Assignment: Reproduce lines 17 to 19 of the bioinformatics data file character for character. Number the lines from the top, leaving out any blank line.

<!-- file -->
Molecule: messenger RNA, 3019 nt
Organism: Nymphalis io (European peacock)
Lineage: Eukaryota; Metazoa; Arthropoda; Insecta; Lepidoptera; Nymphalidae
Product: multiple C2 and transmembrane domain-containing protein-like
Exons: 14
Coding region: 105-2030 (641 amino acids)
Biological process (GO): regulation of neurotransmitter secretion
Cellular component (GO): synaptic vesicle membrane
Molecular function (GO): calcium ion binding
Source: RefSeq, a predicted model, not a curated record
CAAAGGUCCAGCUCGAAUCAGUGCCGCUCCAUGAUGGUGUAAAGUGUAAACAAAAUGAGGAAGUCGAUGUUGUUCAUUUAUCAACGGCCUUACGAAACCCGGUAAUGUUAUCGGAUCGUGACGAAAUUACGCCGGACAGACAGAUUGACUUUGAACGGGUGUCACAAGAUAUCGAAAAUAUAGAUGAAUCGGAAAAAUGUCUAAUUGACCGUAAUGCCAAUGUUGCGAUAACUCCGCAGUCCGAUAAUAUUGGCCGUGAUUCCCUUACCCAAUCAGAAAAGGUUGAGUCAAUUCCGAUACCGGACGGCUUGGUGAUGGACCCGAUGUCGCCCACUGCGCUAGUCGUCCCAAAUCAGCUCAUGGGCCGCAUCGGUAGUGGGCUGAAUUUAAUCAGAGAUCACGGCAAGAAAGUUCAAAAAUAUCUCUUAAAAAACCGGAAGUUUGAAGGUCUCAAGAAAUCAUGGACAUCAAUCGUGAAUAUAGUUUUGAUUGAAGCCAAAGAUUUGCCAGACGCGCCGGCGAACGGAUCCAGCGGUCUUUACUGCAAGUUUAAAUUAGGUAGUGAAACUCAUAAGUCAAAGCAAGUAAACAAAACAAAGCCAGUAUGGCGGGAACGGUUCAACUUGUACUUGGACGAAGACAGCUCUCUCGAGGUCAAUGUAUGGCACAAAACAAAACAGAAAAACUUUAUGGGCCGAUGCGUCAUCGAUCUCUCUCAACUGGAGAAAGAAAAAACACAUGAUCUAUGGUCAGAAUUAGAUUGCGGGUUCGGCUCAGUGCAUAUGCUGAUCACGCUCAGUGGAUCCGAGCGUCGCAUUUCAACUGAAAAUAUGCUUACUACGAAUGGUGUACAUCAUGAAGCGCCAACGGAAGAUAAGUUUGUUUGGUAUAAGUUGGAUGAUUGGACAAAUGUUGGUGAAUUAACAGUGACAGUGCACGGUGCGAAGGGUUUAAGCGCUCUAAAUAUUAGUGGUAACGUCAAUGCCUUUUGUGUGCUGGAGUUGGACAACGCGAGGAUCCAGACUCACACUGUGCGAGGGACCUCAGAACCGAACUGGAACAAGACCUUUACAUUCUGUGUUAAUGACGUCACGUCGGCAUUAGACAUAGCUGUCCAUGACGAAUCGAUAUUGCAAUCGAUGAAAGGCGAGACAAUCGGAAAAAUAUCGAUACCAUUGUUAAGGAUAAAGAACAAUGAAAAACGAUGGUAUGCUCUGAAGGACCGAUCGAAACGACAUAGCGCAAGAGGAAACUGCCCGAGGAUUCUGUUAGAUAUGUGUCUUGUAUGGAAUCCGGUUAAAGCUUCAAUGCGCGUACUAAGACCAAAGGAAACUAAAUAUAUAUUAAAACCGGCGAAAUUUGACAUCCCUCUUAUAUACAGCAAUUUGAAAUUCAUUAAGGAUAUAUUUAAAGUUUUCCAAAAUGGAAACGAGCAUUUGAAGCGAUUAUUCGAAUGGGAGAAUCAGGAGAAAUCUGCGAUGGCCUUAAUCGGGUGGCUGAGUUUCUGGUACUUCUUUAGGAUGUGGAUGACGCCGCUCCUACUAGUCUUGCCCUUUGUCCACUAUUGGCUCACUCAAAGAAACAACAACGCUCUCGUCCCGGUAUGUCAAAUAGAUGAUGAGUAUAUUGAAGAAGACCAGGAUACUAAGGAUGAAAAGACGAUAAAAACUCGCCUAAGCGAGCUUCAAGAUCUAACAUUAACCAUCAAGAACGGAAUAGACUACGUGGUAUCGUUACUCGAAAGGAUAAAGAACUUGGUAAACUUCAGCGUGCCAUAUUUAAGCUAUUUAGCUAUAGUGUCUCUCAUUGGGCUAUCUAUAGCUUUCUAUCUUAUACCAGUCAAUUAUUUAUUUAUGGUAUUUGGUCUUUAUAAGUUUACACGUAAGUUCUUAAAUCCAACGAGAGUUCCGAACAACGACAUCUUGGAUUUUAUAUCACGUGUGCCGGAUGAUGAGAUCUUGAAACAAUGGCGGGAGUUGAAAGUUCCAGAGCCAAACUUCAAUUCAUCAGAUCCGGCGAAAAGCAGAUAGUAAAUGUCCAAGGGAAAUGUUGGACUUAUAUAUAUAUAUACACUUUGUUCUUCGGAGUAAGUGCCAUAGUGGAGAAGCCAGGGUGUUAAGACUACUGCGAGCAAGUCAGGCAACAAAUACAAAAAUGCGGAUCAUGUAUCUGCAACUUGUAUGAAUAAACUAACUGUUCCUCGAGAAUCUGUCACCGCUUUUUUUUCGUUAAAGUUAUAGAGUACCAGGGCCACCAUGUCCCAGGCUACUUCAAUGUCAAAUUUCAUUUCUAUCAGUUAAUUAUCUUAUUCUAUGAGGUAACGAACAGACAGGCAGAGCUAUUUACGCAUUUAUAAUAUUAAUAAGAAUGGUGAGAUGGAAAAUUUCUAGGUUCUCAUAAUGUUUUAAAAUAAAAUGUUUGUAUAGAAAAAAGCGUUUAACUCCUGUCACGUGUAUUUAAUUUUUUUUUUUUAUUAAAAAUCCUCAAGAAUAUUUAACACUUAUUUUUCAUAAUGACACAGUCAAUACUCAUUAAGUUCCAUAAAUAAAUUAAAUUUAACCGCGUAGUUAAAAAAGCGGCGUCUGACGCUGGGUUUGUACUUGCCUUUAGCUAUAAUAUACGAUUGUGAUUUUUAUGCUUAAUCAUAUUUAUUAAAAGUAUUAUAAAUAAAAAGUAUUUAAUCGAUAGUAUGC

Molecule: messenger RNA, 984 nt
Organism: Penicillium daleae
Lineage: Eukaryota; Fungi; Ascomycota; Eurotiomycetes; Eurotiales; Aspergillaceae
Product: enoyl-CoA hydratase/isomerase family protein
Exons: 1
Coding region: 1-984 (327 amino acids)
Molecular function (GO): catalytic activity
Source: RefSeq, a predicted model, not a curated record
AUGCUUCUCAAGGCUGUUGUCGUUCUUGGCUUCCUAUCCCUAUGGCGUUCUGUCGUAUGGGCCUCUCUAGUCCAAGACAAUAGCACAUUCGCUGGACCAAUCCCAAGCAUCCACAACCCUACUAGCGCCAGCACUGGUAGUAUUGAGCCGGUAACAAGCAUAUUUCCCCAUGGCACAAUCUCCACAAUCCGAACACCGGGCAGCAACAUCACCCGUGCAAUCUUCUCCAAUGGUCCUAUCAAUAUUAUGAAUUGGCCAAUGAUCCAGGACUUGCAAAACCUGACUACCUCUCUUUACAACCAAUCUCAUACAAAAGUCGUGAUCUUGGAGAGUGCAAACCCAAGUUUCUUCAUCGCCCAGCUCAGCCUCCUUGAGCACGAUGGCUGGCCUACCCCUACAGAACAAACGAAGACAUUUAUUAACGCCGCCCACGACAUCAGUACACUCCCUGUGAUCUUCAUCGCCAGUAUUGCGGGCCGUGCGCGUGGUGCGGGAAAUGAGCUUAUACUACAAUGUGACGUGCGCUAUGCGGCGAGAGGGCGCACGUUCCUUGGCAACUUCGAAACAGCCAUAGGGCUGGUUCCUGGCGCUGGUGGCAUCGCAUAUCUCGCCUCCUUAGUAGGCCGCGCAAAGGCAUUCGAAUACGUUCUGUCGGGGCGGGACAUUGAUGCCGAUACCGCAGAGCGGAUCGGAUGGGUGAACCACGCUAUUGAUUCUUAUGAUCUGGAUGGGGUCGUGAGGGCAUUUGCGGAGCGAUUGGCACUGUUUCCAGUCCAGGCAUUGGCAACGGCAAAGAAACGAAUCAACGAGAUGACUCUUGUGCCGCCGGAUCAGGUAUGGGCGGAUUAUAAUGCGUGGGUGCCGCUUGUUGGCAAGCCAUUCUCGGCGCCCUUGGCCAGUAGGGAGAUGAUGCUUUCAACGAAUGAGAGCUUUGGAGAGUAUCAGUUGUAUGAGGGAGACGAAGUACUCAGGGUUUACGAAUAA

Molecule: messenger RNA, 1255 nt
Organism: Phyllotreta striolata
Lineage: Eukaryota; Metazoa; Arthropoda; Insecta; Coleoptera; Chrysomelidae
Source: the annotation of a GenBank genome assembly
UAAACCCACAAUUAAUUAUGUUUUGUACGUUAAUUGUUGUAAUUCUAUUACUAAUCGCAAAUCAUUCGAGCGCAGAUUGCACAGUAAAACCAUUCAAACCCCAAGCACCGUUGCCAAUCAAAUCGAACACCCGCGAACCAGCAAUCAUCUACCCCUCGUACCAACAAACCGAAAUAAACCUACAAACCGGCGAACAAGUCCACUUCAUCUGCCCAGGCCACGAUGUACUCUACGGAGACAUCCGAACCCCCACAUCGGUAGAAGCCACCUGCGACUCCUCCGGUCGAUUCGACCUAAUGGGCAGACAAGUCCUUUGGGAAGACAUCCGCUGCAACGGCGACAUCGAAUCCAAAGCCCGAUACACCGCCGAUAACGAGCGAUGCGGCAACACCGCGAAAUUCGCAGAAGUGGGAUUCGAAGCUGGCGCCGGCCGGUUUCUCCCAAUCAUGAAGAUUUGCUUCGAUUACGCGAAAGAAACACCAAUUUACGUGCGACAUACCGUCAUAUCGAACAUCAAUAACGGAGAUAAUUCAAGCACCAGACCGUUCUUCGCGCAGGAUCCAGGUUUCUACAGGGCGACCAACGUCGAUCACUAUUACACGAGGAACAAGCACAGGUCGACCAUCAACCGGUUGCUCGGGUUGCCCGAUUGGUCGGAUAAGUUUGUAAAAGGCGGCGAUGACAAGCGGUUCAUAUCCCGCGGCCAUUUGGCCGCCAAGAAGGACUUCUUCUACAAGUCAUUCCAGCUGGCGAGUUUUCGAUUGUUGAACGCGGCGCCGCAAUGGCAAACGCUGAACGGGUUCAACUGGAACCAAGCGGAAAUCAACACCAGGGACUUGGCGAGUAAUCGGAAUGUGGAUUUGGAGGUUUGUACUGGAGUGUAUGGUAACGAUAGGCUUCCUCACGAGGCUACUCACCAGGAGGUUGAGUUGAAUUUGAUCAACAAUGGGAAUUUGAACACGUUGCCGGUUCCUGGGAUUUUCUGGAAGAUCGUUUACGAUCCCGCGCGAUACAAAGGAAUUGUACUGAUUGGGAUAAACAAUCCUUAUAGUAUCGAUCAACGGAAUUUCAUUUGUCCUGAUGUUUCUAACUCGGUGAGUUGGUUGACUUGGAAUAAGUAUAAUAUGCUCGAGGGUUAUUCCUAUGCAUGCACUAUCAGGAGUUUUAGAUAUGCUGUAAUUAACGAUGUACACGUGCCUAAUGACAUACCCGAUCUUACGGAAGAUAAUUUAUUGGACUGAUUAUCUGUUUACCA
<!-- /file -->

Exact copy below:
Coding region: 1-984 (327 amino acids)
Molecular function (GO): catalytic activity
Source: RefSeq, a predicted model, not a curated record